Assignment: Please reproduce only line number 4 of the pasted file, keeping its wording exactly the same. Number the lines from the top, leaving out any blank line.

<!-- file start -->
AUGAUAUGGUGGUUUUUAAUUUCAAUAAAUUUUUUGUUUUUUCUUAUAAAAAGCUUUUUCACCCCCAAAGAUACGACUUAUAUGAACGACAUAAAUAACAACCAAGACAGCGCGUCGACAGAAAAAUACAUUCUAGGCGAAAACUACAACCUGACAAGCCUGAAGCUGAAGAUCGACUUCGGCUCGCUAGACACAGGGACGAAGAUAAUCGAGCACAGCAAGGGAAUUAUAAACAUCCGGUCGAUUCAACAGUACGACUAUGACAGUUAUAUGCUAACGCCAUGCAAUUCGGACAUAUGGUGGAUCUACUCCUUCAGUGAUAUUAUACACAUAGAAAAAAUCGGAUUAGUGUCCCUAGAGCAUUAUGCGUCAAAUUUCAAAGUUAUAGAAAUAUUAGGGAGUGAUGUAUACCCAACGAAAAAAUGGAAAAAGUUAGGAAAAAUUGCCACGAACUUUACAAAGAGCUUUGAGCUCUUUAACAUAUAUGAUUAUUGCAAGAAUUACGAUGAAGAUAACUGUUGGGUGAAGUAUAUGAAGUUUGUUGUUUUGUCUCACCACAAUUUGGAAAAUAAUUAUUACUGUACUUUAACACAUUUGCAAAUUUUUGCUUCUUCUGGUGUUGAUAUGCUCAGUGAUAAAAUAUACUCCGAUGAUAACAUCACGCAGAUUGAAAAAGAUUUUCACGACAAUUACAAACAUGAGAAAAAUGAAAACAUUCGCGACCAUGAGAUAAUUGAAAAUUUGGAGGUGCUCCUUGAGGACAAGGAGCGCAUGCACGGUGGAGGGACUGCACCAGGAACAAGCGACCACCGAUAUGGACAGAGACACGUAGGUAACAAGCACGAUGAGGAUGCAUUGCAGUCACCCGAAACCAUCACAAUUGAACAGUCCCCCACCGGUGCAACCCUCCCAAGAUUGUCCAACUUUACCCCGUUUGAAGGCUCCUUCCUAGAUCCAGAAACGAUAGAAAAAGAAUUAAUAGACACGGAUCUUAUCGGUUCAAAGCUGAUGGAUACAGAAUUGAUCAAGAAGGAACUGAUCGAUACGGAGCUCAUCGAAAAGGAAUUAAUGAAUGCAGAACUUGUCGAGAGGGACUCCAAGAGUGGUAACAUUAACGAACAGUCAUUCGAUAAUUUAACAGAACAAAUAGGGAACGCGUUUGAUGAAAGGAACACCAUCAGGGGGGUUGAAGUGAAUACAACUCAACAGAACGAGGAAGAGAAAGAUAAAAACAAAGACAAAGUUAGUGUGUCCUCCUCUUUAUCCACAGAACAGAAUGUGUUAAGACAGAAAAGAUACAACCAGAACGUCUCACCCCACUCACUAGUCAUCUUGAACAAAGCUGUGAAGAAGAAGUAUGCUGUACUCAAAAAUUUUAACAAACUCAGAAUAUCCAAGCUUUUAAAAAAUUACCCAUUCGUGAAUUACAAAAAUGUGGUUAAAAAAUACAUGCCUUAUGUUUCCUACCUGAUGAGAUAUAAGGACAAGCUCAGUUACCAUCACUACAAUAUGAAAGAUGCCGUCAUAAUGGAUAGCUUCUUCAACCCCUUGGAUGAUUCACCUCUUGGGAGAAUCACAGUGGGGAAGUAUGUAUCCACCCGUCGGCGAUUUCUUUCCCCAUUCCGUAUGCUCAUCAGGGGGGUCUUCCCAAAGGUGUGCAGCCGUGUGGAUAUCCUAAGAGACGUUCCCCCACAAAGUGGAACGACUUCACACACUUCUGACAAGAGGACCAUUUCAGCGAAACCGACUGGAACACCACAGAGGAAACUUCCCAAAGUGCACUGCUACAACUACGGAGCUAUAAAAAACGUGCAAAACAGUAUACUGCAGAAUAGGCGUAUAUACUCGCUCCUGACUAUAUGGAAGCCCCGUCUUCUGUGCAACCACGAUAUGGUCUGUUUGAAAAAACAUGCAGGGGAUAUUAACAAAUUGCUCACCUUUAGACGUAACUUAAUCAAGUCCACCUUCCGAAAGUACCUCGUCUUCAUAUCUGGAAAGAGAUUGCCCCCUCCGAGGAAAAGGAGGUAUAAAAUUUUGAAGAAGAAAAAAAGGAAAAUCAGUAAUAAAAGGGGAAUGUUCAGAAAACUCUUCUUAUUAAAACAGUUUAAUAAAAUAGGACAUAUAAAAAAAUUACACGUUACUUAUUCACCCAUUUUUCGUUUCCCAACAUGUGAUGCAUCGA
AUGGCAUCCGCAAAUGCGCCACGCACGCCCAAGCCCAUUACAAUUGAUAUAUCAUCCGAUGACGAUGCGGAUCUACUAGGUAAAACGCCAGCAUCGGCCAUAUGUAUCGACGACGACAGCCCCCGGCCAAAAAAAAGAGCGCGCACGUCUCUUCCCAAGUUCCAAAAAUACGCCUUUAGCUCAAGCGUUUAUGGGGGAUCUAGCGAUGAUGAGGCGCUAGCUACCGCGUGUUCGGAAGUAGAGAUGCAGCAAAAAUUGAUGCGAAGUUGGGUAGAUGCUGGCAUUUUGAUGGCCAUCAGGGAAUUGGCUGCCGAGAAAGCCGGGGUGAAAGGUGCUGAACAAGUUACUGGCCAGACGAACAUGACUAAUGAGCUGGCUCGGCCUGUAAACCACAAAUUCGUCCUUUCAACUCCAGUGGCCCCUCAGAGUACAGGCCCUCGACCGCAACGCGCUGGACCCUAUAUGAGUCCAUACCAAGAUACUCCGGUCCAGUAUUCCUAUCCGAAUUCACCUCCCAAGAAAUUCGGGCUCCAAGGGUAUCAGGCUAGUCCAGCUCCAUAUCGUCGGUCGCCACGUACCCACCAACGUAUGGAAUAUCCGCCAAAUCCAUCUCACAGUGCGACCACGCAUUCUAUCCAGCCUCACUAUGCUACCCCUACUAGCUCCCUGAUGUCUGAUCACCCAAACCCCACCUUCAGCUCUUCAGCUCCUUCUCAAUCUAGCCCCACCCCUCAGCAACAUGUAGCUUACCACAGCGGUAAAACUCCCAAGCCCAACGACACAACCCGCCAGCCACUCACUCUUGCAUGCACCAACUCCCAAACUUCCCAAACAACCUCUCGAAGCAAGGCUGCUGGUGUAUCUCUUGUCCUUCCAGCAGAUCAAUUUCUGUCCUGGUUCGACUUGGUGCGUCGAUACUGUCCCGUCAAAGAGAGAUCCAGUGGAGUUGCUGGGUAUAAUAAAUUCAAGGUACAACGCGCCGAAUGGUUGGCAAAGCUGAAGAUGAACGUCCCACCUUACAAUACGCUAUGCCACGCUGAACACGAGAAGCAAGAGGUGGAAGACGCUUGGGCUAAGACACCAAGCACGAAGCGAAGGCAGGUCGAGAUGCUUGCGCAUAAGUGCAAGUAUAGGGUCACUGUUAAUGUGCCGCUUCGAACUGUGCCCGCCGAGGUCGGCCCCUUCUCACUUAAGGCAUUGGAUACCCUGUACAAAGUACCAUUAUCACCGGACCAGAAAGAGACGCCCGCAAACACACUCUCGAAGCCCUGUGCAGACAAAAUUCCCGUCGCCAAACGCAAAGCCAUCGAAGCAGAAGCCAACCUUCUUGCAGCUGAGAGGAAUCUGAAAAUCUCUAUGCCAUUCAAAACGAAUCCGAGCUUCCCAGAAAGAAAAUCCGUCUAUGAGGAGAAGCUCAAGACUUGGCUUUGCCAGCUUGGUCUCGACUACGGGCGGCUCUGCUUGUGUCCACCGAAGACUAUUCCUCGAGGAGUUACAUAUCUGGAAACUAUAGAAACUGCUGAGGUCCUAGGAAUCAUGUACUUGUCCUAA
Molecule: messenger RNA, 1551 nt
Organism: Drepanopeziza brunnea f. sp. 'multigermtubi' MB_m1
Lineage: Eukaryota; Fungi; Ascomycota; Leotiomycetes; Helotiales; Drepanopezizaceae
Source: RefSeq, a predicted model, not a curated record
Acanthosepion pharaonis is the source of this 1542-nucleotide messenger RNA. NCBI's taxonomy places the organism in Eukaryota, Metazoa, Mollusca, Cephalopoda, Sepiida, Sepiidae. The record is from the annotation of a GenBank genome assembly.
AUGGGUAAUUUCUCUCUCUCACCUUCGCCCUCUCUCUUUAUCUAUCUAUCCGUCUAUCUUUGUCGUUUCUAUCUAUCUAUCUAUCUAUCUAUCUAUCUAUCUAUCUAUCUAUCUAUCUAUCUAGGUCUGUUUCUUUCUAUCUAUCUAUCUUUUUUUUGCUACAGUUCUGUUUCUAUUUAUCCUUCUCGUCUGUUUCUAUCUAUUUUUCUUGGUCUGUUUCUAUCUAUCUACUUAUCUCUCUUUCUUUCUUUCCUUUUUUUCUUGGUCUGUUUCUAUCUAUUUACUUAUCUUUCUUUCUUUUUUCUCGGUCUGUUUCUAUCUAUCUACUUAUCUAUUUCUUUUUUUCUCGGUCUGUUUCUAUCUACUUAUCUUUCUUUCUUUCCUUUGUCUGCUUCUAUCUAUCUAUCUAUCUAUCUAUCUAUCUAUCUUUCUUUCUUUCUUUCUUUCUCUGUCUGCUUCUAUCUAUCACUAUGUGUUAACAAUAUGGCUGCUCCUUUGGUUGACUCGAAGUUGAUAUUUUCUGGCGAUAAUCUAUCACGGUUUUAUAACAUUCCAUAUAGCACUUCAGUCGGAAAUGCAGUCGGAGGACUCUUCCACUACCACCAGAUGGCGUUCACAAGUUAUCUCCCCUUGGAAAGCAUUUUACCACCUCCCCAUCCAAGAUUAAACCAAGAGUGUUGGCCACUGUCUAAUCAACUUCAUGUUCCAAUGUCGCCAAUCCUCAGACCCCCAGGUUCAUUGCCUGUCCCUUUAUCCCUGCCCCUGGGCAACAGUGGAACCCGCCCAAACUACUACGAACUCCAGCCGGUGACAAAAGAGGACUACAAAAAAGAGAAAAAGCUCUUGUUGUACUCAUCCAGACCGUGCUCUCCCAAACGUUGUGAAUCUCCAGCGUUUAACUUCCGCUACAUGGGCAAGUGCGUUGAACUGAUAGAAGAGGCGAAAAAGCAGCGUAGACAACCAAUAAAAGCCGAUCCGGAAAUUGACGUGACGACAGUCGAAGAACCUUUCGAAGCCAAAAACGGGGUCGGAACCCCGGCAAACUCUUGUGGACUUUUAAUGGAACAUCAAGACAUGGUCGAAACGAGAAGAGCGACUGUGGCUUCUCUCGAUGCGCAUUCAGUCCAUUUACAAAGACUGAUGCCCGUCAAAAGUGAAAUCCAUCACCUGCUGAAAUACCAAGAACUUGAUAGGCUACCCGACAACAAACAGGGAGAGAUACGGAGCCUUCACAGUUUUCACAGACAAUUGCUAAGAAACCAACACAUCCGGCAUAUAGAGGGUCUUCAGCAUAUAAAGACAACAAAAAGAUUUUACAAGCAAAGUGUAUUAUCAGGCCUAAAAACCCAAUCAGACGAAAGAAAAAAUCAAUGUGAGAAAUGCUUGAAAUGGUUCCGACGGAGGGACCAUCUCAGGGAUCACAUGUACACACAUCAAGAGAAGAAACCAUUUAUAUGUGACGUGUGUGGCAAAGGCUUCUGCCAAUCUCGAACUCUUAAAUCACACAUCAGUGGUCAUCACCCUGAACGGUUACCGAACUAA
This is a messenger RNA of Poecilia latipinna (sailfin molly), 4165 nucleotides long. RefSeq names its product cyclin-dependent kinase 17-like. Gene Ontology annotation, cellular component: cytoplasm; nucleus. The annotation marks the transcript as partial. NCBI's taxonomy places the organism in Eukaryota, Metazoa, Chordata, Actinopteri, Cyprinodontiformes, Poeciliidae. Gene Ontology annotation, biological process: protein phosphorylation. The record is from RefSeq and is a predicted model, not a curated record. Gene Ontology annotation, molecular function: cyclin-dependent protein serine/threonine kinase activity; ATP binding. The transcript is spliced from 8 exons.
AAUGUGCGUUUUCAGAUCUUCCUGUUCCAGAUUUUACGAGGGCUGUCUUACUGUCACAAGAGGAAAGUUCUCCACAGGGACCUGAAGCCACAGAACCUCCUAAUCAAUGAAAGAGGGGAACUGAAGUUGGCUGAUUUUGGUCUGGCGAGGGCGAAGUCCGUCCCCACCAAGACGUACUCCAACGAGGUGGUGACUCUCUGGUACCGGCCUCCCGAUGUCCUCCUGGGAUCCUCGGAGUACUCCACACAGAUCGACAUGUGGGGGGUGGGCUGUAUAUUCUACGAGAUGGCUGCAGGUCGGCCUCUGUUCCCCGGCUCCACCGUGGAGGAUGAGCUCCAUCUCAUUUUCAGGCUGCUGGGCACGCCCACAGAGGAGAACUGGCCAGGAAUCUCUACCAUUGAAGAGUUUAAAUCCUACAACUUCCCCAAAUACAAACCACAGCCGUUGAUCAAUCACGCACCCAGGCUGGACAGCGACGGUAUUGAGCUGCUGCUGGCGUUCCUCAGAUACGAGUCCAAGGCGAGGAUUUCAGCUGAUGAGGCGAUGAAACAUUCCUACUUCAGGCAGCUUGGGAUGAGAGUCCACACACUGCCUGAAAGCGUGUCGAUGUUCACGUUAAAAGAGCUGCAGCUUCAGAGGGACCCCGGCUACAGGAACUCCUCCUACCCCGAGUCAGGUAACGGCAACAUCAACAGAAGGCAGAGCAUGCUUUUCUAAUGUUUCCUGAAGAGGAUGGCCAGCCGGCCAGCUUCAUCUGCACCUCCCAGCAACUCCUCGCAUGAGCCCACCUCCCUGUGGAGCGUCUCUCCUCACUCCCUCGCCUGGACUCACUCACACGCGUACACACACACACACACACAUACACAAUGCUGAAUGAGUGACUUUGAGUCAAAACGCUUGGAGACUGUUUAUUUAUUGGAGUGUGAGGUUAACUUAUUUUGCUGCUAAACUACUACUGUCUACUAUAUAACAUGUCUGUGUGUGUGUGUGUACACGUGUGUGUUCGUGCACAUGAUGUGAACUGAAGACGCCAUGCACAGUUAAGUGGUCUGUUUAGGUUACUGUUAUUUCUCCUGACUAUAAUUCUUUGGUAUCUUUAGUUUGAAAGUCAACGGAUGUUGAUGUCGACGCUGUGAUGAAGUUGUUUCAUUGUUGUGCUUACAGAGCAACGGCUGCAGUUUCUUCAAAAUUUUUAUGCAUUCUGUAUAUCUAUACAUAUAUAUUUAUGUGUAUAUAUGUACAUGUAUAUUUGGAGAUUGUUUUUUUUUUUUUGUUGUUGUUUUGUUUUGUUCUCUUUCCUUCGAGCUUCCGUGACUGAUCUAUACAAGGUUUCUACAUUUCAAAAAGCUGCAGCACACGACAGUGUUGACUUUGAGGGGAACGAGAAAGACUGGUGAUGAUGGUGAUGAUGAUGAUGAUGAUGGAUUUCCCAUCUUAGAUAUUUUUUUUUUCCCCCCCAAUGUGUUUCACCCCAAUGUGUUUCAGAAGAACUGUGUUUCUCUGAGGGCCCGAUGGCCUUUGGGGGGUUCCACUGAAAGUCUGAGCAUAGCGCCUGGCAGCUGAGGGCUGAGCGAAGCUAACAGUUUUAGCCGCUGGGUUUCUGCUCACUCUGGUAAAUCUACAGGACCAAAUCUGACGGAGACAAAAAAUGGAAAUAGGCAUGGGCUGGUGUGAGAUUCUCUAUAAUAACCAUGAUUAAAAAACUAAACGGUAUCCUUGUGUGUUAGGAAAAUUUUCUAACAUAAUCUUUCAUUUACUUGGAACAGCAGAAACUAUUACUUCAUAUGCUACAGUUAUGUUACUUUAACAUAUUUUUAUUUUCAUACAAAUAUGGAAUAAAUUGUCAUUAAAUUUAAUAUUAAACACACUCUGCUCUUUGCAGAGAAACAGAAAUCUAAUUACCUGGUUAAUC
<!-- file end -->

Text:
Organism: Drepanopeziza brunnea f. sp. 'multigermtubi' MB_m1